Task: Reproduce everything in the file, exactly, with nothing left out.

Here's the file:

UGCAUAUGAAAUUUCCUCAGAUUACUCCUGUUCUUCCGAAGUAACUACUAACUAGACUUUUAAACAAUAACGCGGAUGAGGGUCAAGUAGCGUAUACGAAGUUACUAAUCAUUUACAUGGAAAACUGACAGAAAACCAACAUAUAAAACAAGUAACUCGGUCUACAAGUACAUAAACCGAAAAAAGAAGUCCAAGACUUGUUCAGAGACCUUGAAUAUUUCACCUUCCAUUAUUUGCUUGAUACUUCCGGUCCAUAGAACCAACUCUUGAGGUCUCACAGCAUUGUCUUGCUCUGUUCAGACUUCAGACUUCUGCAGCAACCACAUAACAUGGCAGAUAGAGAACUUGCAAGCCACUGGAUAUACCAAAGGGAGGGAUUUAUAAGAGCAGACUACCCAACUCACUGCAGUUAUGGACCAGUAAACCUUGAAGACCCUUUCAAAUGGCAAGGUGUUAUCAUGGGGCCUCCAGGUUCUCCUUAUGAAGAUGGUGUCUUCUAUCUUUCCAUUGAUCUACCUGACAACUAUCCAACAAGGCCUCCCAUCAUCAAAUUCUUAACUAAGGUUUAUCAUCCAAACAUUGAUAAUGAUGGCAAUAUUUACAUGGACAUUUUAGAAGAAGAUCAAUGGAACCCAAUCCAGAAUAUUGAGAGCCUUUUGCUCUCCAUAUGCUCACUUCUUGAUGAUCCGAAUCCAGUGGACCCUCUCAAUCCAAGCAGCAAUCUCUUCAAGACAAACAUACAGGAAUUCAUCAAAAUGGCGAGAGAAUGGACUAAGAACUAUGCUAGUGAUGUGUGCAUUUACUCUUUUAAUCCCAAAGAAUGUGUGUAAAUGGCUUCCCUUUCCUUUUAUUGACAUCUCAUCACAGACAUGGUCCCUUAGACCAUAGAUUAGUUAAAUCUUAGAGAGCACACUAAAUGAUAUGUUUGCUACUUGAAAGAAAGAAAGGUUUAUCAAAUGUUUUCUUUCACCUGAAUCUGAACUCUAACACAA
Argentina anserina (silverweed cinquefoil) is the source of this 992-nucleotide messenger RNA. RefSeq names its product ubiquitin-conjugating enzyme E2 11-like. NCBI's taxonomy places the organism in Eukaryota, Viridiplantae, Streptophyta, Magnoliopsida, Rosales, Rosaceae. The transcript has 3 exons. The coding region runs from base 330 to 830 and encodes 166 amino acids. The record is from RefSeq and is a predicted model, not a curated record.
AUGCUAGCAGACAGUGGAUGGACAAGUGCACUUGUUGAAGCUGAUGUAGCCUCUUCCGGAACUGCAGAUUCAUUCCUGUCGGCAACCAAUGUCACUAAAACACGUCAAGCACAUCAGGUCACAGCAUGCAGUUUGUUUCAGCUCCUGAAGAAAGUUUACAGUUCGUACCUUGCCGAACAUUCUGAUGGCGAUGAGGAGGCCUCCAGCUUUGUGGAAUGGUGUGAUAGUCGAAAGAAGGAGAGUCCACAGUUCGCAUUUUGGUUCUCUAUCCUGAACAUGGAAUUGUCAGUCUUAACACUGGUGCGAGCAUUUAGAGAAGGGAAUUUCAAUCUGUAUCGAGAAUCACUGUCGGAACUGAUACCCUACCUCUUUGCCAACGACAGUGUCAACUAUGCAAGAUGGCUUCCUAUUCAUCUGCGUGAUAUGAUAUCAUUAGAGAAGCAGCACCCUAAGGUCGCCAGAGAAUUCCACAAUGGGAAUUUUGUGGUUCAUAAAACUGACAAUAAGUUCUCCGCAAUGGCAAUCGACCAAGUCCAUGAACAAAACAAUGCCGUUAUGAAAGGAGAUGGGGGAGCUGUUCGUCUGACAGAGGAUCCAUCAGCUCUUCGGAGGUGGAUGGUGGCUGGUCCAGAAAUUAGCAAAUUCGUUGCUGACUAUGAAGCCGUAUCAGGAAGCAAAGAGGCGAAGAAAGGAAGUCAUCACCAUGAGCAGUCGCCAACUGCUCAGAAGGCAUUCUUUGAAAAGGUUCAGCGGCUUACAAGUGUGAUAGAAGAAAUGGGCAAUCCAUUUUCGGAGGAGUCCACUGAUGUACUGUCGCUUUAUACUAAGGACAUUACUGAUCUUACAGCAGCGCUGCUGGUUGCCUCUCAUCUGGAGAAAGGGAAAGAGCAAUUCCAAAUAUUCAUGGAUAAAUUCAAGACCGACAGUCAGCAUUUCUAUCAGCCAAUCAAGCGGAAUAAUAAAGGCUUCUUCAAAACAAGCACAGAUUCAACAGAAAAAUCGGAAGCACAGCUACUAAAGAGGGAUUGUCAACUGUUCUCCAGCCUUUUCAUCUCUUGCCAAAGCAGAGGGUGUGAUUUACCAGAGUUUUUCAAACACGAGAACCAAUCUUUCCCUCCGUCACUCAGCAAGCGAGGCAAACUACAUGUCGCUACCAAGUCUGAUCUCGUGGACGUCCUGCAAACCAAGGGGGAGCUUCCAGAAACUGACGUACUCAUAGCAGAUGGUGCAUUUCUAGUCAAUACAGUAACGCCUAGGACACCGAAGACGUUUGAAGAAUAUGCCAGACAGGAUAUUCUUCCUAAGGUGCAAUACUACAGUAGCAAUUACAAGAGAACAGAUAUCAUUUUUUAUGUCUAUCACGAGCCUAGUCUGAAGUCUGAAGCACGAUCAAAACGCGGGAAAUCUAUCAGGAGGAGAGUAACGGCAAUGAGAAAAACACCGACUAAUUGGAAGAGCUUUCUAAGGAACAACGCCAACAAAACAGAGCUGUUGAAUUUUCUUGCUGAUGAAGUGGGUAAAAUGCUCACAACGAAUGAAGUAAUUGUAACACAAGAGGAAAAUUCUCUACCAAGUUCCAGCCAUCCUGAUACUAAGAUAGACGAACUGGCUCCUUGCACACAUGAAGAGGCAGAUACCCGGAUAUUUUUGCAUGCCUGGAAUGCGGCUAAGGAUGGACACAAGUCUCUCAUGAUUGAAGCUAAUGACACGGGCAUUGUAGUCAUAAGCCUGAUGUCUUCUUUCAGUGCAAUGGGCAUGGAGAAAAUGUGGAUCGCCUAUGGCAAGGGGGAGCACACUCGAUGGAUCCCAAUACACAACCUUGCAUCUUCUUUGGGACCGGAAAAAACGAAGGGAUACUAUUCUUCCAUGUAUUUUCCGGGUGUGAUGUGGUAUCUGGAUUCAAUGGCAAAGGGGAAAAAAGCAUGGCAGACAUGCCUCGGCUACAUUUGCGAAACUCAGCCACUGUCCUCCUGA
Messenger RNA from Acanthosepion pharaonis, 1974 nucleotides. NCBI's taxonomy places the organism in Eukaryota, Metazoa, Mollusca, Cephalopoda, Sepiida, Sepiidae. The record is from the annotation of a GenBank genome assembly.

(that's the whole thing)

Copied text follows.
UGCAUAUGAAAUUUCCUCAGAUUACUCCUGUUCUUCCGAAGUAACUACUAACUAGACUUUUAAACAAUAACGCGGAUGAGGGUCAAGUAGCGUAUACGAAGUUACUAAUCAUUUACAUGGAAAACUGACAGAAAACCAACAUAUAAAACAAGUAACUCGGUCUACAAGUACAUAAACCGAAAAAAGAAGUCCAAGACUUGUUCAGAGACCUUGAAUAUUUCACCUUCCAUUAUUUGCUUGAUACUUCCGGUCCAUAGAACCAACUCUUGAGGUCUCACAGCAUUGUCUUGCUCUGUUCAGACUUCAGACUUCUGCAGCAACCACAUAACAUGGCAGAUAGAGAACUUGCAAGCCACUGGAUAUACCAAAGGGAGGGAUUUAUAAGAGCAGACUACCCAACUCACUGCAGUUAUGGACCAGUAAACCUUGAAGACCCUUUCAAAUGGCAAGGUGUUAUCAUGGGGCCUCCAGGUUCUCCUUAUGAAGAUGGUGUCUUCUAUCUUUCCAUUGAUCUACCUGACAACUAUCCAACAAGGCCUCCCAUCAUCAAAUUCUUAACUAAGGUUUAUCAUCCAAACAUUGAUAAUGAUGGCAAUAUUUACAUGGACAUUUUAGAAGAAGAUCAAUGGAACCCAAUCCAGAAUAUUGAGAGCCUUUUGCUCUCCAUAUGCUCACUUCUUGAUGAUCCGAAUCCAGUGGACCCUCUCAAUCCAAGCAGCAAUCUCUUCAAGACAAACAUACAGGAAUUCAUCAAAAUGGCGAGAGAAUGGACUAAGAACUAUGCUAGUGAUGUGUGCAUUUACUCUUUUAAUCCCAAAGAAUGUGUGUAAAUGGCUUCCCUUUCCUUUUAUUGACAUCUCAUCACAGACAUGGUCCCUUAGACCAUAGAUUAGUUAAAUCUUAGAGAGCACACUAAAUGAUAUGUUUGCUACUUGAAAGAAAGAAAGGUUUAUCAAAUGUUUUCUUUCACCUGAAUCUGAACUCUAACACAA
Argentina anserina (silverweed cinquefoil) is the source of this 992-nucleotide messenger RNA. RefSeq names its product ubiquitin-conjugating enzyme E2 11-like. NCBI's taxonomy places the organism in Eukaryota, Viridiplantae, Streptophyta, Magnoliopsida, Rosales, Rosaceae. The transcript has 3 exons. The coding region runs from base 330 to 830 and encodes 166 amino acids. The record is from RefSeq and is a predicted model, not a curated record.
AUGCUAGCAGACAGUGGAUGGACAAGUGCACUUGUUGAAGCUGAUGUAGCCUCUUCCGGAACUGCAGAUUCAUUCCUGUCGGCAACCAAUGUCACUAAAACACGUCAAGCACAUCAGGUCACAGCAUGCAGUUUGUUUCAGCUCCUGAAGAAAGUUUACAGUUCGUACCUUGCCGAACAUUCUGAUGGCGAUGAGGAGGCCUCCAGCUUUGUGGAAUGGUGUGAUAGUCGAAAGAAGGAGAGUCCACAGUUCGCAUUUUGGUUCUCUAUCCUGAACAUGGAAUUGUCAGUCUUAACACUGGUGCGAGCAUUUAGAGAAGGGAAUUUCAAUCUGUAUCGAGAAUCACUGUCGGAACUGAUACCCUACCUCUUUGCCAACGACAGUGUCAACUAUGCAAGAUGGCUUCCUAUUCAUCUGCGUGAUAUGAUAUCAUUAGAGAAGCAGCACCCUAAGGUCGCCAGAGAAUUCCACAAUGGGAAUUUUGUGGUUCAUAAAACUGACAAUAAGUUCUCCGCAAUGGCAAUCGACCAAGUCCAUGAACAAAACAAUGCCGUUAUGAAAGGAGAUGGGGGAGCUGUUCGUCUGACAGAGGAUCCAUCAGCUCUUCGGAGGUGGAUGGUGGCUGGUCCAGAAAUUAGCAAAUUCGUUGCUGACUAUGAAGCCGUAUCAGGAAGCAAAGAGGCGAAGAAAGGAAGUCAUCACCAUGAGCAGUCGCCAACUGCUCAGAAGGCAUUCUUUGAAAAGGUUCAGCGGCUUACAAGUGUGAUAGAAGAAAUGGGCAAUCCAUUUUCGGAGGAGUCCACUGAUGUACUGUCGCUUUAUACUAAGGACAUUACUGAUCUUACAGCAGCGCUGCUGGUUGCCUCUCAUCUGGAGAAAGGGAAAGAGCAAUUCCAAAUAUUCAUGGAUAAAUUCAAGACCGACAGUCAGCAUUUCUAUCAGCCAAUCAAGCGGAAUAAUAAAGGCUUCUUCAAAACAAGCACAGAUUCAACAGAAAAAUCGGAAGCACAGCUACUAAAGAGGGAUUGUCAACUGUUCUCCAGCCUUUUCAUCUCUUGCCAAAGCAGAGGGUGUGAUUUACCAGAGUUUUUCAAACACGAGAACCAAUCUUUCCCUCCGUCACUCAGCAAGCGAGGCAAACUACAUGUCGCUACCAAGUCUGAUCUCGUGGACGUCCUGCAAACCAAGGGGGAGCUUCCAGAAACUGACGUACUCAUAGCAGAUGGUGCAUUUCUAGUCAAUACAGUAACGCCUAGGACACCGAAGACGUUUGAAGAAUAUGCCAGACAGGAUAUUCUUCCUAAGGUGCAAUACUACAGUAGCAAUUACAAGAGAACAGAUAUCAUUUUUUAUGUCUAUCACGAGCCUAGUCUGAAGUCUGAAGCACGAUCAAAACGCGGGAAAUCUAUCAGGAGGAGAGUAACGGCAAUGAGAAAAACACCGACUAAUUGGAAGAGCUUUCUAAGGAACAACGCCAACAAAACAGAGCUGUUGAAUUUUCUUGCUGAUGAAGUGGGUAAAAUGCUCACAACGAAUGAAGUAAUUGUAACACAAGAGGAAAAUUCUCUACCAAGUUCCAGCCAUCCUGAUACUAAGAUAGACGAACUGGCUCCUUGCACACAUGAAGAGGCAGAUACCCGGAUAUUUUUGCAUGCCUGGAAUGCGGCUAAGGAUGGACACAAGUCUCUCAUGAUUGAAGCUAAUGACACGGGCAUUGUAGUCAUAAGCCUGAUGUCUUCUUUCAGUGCAAUGGGCAUGGAGAAAAUGUGGAUCGCCUAUGGCAAGGGGGAGCACACUCGAUGGAUCCCAAUACACAACCUUGCAUCUUCUUUGGGACCGGAAAAAACGAAGGGAUACUAUUCUUCCAUGUAUUUUCCGGGUGUGAUGUGGUAUCUGGAUUCAAUGGCAAAGGGGAAAAAAGCAUGGCAGACAUGCCUCGGCUACAUUUGCGAAACUCAGCCACUGUCCUCCUGA
Messenger RNA from Acanthosepion pharaonis, 1974 nucleotides. NCBI's taxonomy places the organism in Eukaryota, Metazoa, Mollusca, Cephalopoda, Sepiida, Sepiidae. The record is from the annotation of a GenBank genome assembly.